quarrel occurred between Abraham's herdsmen and Lot's, (see Genesis,
Chap. XIII.), and the separation, when Lot chose the plain of the Jordan
and pitched his tent toward Sodom, while Abraham dwelt in the land of
Canaan as heretofore, with his family, servants and cattle, in the plain
of Mamre. It was while dwelling there, in friendship and close alliance
with the princes of the land, that one who had escaped from the battle
in the vale of Siddim, came to Abraham and told him how that among the
captives whom Khudur-Lagamar had taken from Sodom, was Lot, his
brother's son, with all his goods. Then Abraham armed his trained
servants, born in his own household, three hundred and eighteen, took
with him his friends, Mamre and his brothers, with their young men, and
starting in hot pursuit of the victorious army, which was now carelessly
marching home towards the desert with its long train of captives and
booty, overtook it near Damascus in the night, when his own small
numbers could not be detected, and produced such a panic by a sudden and
vigorous onslaught that he put it to flight, and not only rescued his
nephew Lot with his goods and women, but brought back all the captured
goods and the people too. And the King of Sodom came out to meet him on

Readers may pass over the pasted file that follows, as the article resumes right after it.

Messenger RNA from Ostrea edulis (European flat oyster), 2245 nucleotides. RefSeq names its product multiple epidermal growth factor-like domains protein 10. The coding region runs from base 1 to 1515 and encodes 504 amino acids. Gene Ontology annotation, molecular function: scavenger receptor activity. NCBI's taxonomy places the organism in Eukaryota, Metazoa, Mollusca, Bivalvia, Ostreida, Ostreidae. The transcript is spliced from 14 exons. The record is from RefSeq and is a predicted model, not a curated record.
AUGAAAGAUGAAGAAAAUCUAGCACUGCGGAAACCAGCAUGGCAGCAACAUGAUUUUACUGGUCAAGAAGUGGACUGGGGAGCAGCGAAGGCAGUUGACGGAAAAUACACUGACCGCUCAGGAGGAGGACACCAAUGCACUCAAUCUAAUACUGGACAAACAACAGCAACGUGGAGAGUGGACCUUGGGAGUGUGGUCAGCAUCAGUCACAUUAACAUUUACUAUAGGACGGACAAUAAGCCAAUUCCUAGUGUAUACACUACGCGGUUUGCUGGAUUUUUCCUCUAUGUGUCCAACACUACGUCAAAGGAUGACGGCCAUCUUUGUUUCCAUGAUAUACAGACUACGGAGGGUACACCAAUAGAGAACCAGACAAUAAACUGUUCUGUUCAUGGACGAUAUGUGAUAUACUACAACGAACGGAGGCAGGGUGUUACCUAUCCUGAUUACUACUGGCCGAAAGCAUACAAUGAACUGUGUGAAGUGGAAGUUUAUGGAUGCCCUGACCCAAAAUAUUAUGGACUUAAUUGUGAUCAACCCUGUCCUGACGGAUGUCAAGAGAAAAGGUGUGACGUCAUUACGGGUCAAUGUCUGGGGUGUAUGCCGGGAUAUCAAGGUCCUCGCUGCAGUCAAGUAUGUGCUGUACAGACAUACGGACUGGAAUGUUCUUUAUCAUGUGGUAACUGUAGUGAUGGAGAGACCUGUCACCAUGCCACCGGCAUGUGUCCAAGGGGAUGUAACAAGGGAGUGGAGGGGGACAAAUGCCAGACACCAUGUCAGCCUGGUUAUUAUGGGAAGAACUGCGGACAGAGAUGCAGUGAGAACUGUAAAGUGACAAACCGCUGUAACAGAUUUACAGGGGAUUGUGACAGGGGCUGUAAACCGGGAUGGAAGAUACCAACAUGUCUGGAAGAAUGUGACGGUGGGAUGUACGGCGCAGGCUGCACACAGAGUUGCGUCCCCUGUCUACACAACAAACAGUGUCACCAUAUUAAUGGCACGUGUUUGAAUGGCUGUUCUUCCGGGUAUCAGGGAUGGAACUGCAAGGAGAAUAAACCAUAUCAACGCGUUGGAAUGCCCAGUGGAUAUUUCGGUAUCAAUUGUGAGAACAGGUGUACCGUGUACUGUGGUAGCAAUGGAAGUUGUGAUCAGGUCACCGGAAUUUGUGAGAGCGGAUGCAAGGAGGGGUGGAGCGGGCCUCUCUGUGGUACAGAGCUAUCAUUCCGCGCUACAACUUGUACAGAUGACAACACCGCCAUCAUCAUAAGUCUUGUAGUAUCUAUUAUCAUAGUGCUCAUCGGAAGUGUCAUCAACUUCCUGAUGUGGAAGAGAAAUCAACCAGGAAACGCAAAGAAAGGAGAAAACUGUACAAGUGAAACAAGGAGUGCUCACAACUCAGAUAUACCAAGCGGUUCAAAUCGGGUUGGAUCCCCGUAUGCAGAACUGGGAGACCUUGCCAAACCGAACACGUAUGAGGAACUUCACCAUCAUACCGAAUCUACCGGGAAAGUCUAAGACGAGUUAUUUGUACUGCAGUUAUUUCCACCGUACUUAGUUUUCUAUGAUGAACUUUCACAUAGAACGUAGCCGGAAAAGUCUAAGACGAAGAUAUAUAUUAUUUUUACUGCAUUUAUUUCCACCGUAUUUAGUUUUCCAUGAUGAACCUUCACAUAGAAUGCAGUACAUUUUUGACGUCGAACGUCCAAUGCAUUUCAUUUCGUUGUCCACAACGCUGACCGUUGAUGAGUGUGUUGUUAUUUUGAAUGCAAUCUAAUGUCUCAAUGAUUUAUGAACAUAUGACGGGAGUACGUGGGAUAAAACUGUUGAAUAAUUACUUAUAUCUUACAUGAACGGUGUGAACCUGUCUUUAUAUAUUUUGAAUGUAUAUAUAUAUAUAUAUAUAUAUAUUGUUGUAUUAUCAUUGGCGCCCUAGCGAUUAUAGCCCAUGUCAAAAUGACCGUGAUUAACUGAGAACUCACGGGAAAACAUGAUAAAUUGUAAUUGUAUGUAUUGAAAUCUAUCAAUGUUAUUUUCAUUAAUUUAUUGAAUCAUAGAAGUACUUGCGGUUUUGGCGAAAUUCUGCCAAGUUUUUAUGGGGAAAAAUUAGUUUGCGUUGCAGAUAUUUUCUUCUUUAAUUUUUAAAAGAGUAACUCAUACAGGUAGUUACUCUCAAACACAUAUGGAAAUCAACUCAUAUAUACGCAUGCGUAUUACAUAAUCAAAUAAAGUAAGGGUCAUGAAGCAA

his return, and thanked him, and wanted him to keep all the goods for
himself, only restoring the persons. Abraham consented that a proper
share of the rescued goods should be given to his friends and their
young men, but refused all presents offered to himself, with the haughty
words: "I have lift up mine hand unto the Lord, the most high God, the
possessor of heaven and earth, that I will not take a thread, even to a
shoe-latchet, and that I will not take anything that is thine, lest thou
shouldest say, I have made Abraham rich."

31. Khudur-Lagamar, of whom the spirited Biblical narrative gives us so
life-like a sketch, lived, according to the most probable calculations,
about 2200 B.C. Among the few vague forms whose blurred outlines loom
out of the twilight of those dim and doubtful ages, he is the second
with any flesh-and-blood reality about him, probably the first conqueror